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The Mazda Bongo, also known as Mazda E-Series and Mazda Access, is a van manufactured by Japanese automaker Mazda since 1966.

First Generation (1966-1975)

Mazda introduced its small van, the Bongo, in May 1966. It featured a rear-mounted 782 cc water-cooled OHV SA 4-stroke engine driving the rear wheels. The rear-engined Bongo was produced in two versions from 1968, as the F800 was joined by the bigger-engined F1000. Production ended in 1975, due to Mazda suffering serious economic troubles and upcoming stricter emissions regulations for 1976. This model retained the same body shape for its 10 year production life, the later models fitted with inertia-reel seat belts, and separate front parking indicator lights.

The rear-engined Bongos had a full chassis (using the same mazda 1000 engine as other variants mounted to a 4-speed transaxle at the rear) and were very strong and due to the low gearing, able to carry half a ton. Due to rust and poor maintenance, these Bongos are now few and far between. Exact numbers are not known, but a worldwide register is currently being constructed to track all remaining examples.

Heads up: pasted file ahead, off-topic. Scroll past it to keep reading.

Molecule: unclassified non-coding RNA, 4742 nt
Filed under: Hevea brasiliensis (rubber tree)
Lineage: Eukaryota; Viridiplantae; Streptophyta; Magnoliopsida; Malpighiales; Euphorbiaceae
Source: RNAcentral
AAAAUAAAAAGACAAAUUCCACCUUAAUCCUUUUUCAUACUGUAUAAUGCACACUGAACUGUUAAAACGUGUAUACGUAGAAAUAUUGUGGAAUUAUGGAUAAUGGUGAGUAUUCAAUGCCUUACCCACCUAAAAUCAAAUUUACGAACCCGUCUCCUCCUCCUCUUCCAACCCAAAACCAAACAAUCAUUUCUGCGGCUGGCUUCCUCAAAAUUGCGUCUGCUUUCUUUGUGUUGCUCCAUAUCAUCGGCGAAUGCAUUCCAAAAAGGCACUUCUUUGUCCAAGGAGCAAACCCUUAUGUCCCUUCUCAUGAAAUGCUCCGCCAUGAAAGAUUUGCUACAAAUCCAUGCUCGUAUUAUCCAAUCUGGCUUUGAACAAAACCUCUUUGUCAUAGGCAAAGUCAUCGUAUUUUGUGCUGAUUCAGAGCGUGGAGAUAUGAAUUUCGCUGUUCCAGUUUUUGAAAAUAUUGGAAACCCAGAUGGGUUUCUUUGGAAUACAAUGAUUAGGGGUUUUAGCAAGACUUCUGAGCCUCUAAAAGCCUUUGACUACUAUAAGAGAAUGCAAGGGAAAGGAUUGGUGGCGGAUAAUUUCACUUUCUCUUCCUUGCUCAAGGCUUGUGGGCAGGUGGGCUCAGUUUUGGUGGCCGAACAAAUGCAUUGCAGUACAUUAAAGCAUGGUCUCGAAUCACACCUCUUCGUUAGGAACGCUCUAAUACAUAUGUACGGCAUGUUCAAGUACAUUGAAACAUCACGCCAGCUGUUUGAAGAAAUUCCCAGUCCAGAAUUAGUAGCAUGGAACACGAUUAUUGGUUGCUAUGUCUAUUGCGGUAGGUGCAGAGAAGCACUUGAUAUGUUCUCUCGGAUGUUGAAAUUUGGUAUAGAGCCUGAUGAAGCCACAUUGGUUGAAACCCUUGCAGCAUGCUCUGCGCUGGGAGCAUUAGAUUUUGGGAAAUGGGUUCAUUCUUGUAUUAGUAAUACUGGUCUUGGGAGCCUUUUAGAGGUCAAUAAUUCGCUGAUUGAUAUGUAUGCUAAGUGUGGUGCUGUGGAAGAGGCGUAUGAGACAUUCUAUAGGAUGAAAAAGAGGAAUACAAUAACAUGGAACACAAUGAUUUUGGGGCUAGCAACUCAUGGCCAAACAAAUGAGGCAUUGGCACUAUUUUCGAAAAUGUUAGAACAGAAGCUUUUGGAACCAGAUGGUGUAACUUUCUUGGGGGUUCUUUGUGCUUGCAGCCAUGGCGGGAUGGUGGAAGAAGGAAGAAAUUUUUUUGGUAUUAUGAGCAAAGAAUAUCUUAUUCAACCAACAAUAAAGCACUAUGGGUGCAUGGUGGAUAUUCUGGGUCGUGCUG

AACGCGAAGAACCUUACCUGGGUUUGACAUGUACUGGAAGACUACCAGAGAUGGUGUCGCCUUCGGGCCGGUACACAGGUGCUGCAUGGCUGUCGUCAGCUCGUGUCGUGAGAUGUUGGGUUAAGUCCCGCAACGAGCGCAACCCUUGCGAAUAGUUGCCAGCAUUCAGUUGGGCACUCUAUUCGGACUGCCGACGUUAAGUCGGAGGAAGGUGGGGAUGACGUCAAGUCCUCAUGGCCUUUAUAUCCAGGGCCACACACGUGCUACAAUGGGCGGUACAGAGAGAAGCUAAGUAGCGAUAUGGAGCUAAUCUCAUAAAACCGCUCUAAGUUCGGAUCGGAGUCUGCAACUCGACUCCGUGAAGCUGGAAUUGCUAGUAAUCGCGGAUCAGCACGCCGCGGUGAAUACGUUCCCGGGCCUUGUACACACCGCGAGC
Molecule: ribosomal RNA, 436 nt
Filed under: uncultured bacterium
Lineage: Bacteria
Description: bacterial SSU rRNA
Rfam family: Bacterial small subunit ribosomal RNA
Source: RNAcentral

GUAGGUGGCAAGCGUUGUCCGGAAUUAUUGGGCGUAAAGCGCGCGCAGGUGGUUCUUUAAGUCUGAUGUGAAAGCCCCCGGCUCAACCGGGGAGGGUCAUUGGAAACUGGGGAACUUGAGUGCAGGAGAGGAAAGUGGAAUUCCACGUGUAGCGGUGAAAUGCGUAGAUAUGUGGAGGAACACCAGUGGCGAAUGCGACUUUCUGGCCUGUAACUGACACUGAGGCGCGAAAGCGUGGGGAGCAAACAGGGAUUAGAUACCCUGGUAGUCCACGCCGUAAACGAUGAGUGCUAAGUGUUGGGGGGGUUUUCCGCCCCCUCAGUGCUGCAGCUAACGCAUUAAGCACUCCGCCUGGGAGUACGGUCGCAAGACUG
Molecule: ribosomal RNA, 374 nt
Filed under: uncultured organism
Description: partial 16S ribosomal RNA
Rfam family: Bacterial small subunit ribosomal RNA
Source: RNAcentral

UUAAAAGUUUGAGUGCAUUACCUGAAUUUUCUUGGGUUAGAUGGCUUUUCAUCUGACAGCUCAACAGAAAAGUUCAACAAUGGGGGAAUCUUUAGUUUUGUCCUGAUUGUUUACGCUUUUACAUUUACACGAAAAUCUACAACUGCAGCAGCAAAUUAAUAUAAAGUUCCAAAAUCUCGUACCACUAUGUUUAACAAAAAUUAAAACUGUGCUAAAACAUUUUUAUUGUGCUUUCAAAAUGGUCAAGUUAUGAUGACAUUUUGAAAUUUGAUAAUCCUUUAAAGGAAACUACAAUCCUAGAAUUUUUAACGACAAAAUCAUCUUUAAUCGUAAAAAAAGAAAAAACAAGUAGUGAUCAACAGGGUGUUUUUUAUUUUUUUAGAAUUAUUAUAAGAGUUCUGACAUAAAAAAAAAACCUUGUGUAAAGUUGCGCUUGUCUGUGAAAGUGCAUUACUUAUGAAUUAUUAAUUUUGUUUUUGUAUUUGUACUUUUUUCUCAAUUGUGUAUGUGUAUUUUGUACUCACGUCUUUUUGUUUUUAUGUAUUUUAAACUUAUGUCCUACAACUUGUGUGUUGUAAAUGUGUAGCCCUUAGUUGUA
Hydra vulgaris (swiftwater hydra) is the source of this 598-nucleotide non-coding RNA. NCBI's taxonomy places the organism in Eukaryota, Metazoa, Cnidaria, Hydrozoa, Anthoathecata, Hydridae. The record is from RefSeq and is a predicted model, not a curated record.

The 1000 pickup and Bongo chassis are different, with common front suspension and brake components.

Second Generation (1977-1983)

The next Bongo van appeared in September 1977. It was a mid-engine rear wheel drive vehicle. Ford sold this version of the van as the Ford Econovan, while Mazda sold it for export as the E1300, E1400, and E1600, depending on engine size.

Engines

  • 1978 1,272 cc TC, 60 hp (44 kW)
  • 1978-1982 1,586 cc NA, 80 hp (59 kW)
  • 1979-1980 1,415 cc UC, 70 hp (52 kW)